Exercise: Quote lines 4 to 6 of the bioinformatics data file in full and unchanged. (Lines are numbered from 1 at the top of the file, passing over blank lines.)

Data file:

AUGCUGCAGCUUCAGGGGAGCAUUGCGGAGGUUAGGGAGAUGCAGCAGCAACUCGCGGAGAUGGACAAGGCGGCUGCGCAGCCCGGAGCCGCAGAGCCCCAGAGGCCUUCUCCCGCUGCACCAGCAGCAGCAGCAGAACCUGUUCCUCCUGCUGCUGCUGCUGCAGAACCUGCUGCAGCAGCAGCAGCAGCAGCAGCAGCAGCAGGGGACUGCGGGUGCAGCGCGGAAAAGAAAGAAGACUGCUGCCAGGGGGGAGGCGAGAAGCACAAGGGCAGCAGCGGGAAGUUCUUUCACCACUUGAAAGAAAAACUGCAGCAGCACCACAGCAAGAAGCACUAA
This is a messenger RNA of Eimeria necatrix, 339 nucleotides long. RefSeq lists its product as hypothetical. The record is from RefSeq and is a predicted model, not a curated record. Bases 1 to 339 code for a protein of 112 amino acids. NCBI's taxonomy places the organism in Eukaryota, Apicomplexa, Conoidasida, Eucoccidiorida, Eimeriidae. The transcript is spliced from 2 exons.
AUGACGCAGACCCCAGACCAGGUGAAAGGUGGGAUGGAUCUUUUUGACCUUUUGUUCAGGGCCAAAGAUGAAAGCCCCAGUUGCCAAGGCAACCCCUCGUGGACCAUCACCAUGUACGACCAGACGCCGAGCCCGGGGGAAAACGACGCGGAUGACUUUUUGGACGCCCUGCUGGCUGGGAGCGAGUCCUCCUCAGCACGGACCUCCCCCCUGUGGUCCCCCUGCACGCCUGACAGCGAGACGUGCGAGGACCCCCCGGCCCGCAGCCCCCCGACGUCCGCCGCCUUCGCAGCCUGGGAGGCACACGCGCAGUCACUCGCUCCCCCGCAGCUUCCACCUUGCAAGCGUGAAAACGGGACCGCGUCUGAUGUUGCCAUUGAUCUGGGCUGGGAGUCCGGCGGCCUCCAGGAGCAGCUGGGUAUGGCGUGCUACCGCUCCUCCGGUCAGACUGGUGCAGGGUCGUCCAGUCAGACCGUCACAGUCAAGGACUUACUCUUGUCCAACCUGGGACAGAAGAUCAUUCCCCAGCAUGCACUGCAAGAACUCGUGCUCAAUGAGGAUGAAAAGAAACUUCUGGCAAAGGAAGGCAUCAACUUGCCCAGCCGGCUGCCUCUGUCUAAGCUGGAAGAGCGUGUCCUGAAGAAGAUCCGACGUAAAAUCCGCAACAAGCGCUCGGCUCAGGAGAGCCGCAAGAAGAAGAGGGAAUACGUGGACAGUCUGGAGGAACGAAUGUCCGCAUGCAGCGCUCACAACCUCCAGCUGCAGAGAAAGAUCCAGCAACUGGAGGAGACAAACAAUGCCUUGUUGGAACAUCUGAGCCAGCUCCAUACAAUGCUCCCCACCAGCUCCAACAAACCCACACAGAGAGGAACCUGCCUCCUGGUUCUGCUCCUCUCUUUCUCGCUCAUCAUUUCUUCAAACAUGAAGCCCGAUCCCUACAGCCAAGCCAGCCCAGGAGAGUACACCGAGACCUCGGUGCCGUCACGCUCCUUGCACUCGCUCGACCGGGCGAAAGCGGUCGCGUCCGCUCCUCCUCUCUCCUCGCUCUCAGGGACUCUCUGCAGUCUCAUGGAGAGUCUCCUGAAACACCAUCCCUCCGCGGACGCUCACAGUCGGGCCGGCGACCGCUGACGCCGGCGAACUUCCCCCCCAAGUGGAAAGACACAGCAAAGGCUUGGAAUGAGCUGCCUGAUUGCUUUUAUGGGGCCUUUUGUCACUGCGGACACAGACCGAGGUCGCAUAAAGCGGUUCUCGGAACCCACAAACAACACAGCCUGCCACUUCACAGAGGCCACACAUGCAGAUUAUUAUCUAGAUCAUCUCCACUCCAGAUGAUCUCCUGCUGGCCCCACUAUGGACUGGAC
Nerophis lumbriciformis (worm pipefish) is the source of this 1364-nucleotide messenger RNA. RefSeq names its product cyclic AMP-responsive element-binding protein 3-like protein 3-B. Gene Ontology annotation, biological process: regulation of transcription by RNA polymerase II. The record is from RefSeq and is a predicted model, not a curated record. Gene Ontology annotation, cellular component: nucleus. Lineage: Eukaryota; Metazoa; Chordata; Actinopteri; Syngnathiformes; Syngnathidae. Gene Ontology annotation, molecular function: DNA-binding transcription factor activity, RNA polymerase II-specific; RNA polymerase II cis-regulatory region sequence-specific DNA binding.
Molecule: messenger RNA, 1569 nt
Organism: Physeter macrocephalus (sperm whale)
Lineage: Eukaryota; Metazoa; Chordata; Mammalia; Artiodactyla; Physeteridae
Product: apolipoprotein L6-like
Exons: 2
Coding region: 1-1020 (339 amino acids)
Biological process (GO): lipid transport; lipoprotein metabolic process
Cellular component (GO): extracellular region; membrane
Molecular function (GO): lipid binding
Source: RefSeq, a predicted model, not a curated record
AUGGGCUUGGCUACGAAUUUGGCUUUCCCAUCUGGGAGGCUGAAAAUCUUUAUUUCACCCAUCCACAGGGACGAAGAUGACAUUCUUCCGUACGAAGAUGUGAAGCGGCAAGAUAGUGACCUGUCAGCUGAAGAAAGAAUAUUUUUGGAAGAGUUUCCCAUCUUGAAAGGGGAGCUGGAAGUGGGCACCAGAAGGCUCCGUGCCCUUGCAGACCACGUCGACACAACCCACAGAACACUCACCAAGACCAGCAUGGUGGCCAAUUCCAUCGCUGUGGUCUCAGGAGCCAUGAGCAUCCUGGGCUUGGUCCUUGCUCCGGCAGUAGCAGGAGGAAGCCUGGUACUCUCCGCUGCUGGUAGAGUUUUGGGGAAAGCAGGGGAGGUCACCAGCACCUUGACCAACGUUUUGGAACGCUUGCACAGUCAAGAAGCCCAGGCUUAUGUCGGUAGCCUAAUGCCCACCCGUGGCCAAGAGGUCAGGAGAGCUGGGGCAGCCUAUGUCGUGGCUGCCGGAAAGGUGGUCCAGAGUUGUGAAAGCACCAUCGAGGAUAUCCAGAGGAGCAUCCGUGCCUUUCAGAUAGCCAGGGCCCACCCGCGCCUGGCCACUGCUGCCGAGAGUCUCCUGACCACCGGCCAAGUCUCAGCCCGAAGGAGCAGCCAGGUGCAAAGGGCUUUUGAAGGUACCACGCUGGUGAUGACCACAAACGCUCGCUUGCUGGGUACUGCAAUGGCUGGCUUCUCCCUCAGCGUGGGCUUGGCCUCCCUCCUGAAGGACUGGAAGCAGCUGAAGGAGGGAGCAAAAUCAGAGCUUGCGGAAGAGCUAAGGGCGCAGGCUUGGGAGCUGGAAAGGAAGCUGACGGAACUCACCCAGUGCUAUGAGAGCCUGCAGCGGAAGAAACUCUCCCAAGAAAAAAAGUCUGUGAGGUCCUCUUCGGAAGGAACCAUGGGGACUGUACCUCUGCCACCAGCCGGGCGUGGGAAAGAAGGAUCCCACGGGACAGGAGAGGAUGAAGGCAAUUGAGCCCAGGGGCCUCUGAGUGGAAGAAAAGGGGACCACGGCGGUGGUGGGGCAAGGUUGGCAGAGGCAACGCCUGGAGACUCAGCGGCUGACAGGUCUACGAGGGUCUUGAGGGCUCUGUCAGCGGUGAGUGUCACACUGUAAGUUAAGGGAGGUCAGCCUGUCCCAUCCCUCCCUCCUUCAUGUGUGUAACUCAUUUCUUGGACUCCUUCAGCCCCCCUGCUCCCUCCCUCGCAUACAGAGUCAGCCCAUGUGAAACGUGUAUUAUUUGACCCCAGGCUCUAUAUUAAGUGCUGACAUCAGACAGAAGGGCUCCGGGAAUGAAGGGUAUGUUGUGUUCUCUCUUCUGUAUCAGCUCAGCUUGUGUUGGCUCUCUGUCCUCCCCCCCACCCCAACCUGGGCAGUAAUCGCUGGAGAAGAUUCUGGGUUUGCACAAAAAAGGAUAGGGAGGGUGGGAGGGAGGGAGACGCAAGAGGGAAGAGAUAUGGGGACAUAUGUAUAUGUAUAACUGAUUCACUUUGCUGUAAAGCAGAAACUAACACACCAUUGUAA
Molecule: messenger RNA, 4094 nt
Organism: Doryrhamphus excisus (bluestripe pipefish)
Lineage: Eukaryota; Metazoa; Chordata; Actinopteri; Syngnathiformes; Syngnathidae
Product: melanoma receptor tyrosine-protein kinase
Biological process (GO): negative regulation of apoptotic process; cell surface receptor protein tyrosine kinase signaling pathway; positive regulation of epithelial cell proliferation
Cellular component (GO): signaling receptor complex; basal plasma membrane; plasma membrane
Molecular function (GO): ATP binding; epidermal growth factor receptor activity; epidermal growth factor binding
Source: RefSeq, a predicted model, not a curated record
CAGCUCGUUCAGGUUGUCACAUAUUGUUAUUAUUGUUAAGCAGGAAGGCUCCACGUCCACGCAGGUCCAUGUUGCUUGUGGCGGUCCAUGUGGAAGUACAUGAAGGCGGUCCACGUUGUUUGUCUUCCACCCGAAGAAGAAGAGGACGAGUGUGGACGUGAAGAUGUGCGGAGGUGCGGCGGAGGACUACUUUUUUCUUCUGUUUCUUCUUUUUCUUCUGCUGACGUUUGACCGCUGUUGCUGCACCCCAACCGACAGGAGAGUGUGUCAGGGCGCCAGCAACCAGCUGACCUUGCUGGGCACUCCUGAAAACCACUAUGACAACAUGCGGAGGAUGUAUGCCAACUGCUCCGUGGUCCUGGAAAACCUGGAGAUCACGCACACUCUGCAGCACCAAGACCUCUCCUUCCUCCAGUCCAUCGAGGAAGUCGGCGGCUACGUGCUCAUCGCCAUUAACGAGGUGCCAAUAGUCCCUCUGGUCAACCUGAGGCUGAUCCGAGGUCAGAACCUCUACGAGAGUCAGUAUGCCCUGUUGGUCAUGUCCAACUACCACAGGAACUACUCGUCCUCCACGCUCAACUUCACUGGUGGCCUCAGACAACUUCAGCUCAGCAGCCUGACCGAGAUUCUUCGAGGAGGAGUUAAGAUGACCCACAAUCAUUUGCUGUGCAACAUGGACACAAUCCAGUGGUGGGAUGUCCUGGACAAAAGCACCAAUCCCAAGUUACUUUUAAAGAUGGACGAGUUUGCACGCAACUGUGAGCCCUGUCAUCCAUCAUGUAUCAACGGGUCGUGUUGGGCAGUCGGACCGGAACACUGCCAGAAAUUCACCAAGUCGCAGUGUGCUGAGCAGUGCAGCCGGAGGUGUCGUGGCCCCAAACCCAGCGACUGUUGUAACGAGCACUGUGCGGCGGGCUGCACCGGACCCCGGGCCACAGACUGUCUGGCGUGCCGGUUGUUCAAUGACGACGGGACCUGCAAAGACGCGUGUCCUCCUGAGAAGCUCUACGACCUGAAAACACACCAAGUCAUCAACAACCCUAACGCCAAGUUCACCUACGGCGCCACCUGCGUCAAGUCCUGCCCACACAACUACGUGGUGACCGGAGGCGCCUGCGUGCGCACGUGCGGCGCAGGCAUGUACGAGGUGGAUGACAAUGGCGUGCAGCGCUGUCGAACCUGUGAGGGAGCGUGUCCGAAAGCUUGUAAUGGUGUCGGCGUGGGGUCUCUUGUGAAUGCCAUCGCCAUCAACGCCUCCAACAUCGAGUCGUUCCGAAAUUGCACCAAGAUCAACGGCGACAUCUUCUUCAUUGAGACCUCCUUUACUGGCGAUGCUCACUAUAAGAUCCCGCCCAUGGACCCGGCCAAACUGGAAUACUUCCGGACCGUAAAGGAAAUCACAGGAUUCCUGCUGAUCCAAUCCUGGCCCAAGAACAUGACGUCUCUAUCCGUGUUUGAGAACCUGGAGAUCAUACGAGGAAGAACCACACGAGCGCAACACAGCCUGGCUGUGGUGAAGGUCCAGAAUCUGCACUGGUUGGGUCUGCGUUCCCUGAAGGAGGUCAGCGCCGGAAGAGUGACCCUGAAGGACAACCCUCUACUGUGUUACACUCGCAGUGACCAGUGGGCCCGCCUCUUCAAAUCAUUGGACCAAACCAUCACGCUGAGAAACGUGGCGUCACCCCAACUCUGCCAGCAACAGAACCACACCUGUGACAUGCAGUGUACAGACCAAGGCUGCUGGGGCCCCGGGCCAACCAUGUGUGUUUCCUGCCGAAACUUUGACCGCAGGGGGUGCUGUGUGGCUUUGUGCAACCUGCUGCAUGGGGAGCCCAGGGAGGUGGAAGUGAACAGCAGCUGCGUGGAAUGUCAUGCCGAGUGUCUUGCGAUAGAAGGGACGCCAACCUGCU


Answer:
Nerophis lumbriciformis (worm pipefish) is the source of this 1364-nucleotide messenger RNA. RefSeq names its product cyclic AMP-responsive element-binding protein 3-like protein 3-B. Gene Ontology annotation, biological process: regulation of transcription by RNA polymerase II. The record is from RefSeq and is a predicted model, not a curated record. Gene Ontology annotation, cellular component: nucleus. Lineage: Eukaryota; Metazoa; Chordata; Actinopteri; Syngnathiformes; Syngnathidae. Gene Ontology annotation, molecular function: DNA-binding transcription factor activity, RNA polymerase II-specific; RNA polymerase II cis-regulatory region sequence-specific DNA binding.
Molecule: messenger RNA, 1569 nt
Organism: Physeter macrocephalus (sperm whale)